German Chancellor Angela Merkel invited one of the greatest collections of women leaders ever for a G7 meeting inside her vast concrete-and-glass Chancellery this September. You could find the director of the World Health Organization (Margaret Chan) and the CEO of General Motors (Mary Barra). The prime minister of Norway (Erna Solberg) and the former prime minister of Denmark (Helle Thorning-Schmidt). A Nobel Peace Prize winner (Liberian President Ellen Johnson Sirleaf) and a queen (Rania of Jordan).
And at a circular table set for about two dozen, sitting directly across from Merkel: A former Microsoft manager turned philanthropist, Melinda Gates.
After Merkel danke schöns her guests and listens to reports on women’s political participation, health and economic empowerment, she opens up the floor. Gates speaks first, giving a precise, impassioned four-minute address. “When you get women in roles of leadership, we make things happen,” Gates says. “It takes us using our voice, and it also takes us making investments, huge investments, in women and girls.”
Alone in this room of world leaders, Gates can single-handedly make that happen. Prime ministers have parliaments; CEOs have boards; Melinda Gates has a $41.3-billion endowment, and she can deploy it in pretty much any manner that she and husband Bill, the world’s richest person, see fit.
This represents a personal transformation. For the first decade and a half of its existence the Bill & Melinda Gates Foundation deployed its remarkable scale toward eradicating polio and malaria, and experimentation in education issues. But over the past few years Melinda Gates has embraced having her name on the letterhead of the largest-ever charitable foundation , along with the influence that comes with that. She has become the most powerful person on the planet whose singular focus is women and girls.
“I kept looking for the advocate who would champion these issues,” she says over lunch at the iconic Hotel Adlon Kempinski, during a break from Merkel’s forum. Gates, 51, has the air of a down-to-earth technocrat, travelling without an entourage but rather with reams of data and determination. “I knew it had to be a woman. I considered other women leaders. But I couldn’t find the one who embodied to me the voice of women around the world. And so I thought, ‘If I’m the one, then I just need to do it. I have to have courage and not worry.’”
Women account for six out of ten of the world’s poorest and two-thirds of the illiterate. “Excessive female mortality” in the developing world, in the parlance of the International Monetary Fund, means some 3.9 million women and girls are “missing” annually: About two-fifths are never born, one-sixth die in early childhood and more than one-third die during their reproductive years.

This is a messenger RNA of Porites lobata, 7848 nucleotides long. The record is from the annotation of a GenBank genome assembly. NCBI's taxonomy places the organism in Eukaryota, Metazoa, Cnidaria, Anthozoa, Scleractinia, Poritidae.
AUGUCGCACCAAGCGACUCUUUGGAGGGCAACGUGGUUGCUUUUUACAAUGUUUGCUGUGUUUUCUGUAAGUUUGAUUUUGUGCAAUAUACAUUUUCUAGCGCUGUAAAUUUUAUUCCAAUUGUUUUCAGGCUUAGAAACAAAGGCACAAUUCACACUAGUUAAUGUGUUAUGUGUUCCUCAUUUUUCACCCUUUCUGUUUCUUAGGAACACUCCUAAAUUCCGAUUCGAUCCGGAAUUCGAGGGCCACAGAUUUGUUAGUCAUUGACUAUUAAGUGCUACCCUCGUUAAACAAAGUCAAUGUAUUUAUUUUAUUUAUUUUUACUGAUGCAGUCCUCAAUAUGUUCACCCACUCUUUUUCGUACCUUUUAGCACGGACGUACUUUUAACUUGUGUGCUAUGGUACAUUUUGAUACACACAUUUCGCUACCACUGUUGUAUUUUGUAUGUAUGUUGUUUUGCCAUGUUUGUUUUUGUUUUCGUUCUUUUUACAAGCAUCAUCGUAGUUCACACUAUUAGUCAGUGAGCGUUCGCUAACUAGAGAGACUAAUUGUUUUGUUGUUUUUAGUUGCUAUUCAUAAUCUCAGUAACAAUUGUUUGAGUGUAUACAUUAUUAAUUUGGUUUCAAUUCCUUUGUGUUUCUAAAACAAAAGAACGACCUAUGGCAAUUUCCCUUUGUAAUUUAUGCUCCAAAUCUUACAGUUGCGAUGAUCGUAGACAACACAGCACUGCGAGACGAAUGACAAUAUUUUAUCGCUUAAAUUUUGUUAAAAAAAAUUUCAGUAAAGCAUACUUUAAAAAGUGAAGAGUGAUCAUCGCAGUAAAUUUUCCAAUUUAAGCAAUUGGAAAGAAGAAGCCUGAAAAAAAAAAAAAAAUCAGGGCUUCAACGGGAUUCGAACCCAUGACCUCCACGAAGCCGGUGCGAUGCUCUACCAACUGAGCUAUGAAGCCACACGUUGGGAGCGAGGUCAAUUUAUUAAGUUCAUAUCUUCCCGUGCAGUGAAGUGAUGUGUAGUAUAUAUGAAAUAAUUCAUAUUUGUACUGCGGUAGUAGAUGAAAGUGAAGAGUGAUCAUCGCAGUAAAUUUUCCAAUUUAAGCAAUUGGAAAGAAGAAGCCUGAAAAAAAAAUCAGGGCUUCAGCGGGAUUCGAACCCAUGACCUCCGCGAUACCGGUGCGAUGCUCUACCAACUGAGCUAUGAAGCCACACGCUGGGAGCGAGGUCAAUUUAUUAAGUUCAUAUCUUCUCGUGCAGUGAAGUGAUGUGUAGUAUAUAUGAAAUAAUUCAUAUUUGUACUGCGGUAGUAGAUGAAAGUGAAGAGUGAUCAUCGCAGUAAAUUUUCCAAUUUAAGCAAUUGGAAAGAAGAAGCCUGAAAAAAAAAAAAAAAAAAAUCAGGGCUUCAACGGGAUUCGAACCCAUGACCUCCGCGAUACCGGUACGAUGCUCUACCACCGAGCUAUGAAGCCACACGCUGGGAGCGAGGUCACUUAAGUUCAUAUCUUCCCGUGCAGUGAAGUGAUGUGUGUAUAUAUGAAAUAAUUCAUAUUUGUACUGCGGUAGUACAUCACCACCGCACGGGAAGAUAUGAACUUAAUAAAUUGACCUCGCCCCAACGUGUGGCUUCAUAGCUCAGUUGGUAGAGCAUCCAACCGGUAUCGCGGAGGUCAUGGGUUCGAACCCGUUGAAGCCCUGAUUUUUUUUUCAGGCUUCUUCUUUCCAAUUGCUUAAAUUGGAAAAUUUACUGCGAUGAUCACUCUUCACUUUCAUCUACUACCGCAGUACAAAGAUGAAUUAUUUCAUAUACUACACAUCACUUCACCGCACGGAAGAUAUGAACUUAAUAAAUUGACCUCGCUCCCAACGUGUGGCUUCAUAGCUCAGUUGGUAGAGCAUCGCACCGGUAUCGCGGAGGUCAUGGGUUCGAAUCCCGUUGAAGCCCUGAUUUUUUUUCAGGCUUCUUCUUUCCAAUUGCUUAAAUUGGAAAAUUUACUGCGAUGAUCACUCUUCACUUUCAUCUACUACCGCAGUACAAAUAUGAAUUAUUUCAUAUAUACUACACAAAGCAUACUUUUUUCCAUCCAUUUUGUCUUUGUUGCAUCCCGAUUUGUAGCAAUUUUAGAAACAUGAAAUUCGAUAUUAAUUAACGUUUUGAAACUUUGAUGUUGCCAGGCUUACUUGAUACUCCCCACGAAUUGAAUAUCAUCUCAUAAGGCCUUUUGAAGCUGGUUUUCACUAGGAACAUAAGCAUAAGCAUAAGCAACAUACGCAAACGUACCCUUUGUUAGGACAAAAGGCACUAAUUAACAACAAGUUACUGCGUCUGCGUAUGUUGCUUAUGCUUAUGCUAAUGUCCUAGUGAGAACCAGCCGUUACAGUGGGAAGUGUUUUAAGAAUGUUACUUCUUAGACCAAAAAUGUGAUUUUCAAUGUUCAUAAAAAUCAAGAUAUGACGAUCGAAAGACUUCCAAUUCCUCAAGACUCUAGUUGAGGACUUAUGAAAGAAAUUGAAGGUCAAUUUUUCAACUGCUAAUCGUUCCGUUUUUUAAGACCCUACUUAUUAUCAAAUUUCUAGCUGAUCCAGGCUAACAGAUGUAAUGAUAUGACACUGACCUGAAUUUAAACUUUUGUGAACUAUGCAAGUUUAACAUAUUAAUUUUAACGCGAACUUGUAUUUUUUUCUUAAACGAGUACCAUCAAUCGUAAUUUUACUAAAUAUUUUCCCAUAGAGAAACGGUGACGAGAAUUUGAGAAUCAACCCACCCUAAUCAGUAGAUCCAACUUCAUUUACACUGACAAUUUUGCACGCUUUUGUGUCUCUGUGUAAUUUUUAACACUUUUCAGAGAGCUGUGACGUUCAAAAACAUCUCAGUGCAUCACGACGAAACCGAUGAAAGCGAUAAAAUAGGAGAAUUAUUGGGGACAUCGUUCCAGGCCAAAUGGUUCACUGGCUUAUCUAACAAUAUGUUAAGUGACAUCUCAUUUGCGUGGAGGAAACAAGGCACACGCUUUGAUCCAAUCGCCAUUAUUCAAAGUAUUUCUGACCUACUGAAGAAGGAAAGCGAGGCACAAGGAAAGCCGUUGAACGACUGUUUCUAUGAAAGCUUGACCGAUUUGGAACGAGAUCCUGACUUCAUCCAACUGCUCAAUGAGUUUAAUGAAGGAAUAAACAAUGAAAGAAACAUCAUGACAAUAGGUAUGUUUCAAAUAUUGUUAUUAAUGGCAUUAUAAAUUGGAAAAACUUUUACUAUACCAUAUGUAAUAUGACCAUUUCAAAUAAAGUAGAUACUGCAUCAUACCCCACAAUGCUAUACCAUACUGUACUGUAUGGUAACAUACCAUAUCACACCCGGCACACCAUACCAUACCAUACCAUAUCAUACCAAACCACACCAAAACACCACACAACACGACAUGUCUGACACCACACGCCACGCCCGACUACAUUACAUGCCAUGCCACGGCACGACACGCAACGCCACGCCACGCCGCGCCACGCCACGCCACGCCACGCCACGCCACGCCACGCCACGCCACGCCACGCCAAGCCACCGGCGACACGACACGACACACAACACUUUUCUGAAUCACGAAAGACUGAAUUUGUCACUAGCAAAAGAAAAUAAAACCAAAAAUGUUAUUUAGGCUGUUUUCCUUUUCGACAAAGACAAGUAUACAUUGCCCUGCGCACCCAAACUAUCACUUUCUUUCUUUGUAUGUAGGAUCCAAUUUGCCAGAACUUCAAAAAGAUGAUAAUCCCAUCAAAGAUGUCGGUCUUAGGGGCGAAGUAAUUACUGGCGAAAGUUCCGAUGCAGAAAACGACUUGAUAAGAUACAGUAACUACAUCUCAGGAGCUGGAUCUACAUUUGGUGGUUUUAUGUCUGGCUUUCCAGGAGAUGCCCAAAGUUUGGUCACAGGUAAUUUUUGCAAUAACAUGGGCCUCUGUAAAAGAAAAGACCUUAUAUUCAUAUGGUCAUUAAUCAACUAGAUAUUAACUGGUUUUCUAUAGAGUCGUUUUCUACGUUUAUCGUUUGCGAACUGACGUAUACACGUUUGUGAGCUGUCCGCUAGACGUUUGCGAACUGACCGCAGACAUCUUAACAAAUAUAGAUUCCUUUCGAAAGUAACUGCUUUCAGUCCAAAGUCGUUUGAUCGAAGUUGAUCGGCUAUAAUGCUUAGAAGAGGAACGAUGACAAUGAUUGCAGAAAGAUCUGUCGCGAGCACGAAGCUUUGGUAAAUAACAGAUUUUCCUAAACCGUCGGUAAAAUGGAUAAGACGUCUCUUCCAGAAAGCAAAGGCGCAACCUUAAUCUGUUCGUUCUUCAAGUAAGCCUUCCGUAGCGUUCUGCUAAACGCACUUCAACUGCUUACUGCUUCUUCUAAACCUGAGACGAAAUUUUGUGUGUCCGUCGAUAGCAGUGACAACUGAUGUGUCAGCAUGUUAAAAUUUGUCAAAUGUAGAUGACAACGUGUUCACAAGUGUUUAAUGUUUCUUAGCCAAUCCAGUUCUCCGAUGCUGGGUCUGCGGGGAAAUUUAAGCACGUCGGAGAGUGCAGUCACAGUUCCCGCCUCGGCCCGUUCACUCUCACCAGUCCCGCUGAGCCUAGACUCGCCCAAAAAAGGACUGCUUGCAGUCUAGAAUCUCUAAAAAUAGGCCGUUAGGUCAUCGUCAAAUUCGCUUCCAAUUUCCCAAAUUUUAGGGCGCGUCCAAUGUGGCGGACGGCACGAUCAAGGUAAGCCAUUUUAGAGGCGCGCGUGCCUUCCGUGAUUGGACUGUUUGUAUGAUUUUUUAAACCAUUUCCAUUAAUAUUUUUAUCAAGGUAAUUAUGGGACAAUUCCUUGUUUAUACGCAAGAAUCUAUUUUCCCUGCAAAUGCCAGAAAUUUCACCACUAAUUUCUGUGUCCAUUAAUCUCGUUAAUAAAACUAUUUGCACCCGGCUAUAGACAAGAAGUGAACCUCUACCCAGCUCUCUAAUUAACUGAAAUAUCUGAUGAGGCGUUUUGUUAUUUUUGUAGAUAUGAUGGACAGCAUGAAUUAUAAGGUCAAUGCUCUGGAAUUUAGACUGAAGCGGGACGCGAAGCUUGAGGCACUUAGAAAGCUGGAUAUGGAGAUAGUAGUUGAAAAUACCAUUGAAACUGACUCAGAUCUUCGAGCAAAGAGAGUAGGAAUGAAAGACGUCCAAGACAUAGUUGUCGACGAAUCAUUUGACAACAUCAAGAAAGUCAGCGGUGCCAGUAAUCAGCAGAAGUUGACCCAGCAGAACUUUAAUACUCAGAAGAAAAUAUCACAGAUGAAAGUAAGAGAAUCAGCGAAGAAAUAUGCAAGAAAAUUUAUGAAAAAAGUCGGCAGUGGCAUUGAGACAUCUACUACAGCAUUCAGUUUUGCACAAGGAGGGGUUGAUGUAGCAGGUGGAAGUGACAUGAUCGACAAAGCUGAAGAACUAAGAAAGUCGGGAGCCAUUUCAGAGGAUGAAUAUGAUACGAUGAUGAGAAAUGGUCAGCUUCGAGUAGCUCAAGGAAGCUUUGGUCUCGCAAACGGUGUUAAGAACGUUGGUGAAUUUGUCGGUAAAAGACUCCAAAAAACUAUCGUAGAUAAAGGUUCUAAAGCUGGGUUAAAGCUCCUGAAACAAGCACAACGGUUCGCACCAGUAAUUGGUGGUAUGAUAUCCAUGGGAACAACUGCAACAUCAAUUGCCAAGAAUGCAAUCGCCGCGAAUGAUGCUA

“What’s the most pressing issue of our time?” asks Gates. “It really is ending poverty in the world. And we know to do that you have to put women and girls at the centre.” Poverty is sexist, and Gates is betting billions that it can be stemmed through the gender historically ignored.
Melinda French Gates was born and bred in Dallas, the daughter of an aerospace-engineer father and a homemaker mother who helped run a family rental property business on the side. “That was literally how they were going to put us through college, and we all knew it,” she says referencing her sister and two younger brothers.
The valedictorian of her all-girls Catholic school and captain of her high school’s drill team, Gates earned a bachelor’s in computer science  and economics and an MBA from Duke in five years, consciously shaving a year so she could get into the workforce faster. “She always knew what she wanted,” says her sister, Susan French. “She just has this confidence within her. Once she sets her eyes on the next project, her next goal, then it’s all out.”
That next project, in 1987, was Microsoft, as a product manager, where the founder famously asked her out in the company parking lot. “I worked around a lot of really intelligent guys in college because there were very few women,” she says, describing her initial attraction. “When I look back, Bill was the same kind of guy I was hanging out with in college. I had a lot of respect for them, and they had respect for me. I was definitely attracted to his brilliant mind, but beyond that, his curiosity. And he has a huge sense of fun. I love that wry side of him.”
The couple dated for seven years before marrying in 1994 in Hawaii. In 1996 Gates, now a general manager at Microsoft, became pregnant with their first child, Jennifer, and chose to stay home. “That was completely her decision,” says Bill Gates. “I was a little surprised, but that really made sense for her. Then came kids two and three.”
Fast-forward two decades: Jennifer is now 19 and a sophomore at Stanford, with Rory, 16, and Phoebe, 13, leaning on Mom increasingly less . Like many mothers staring down an empty nest, Gates went through a period of intense soul-searching. Now what?
And so she began digging ever deeper into the work at the Gates Foundation, which is concentrated primarily on global health and development, and making stunning progress in eradicating polio, malaria and HIV, and promoting vaccines and sanitation. It should be noted, though, that the foundation “has not been a pioneer when it comes to advocating for women’s health,” says Linsey McGoey, author of No Such Thing as a Free Gift: The Gates Foundation and the Price of Philanthropy.
Increasingly, Gates started focusing less on the foundation’s vertical efforts but rather on how to approach what it was already doing horizontally.
Specifically, to fund initiatives in these areas that take the world’s most vulnerable women and girls into account . Yes, there was an empathetic component, but Gates looked through the lens of ROI. Muhammad Yunus won a Nobel Peace Prize for microloan practices that targeted women in the developing world, recognising they’re more likely to steward money effectively and channel it into the family. Bill Gates has saved tens of thousands of lives through immunisation efforts; Melinda Gates began to encourage grants that took into account that women are more likely than men to take their kids to get immunised.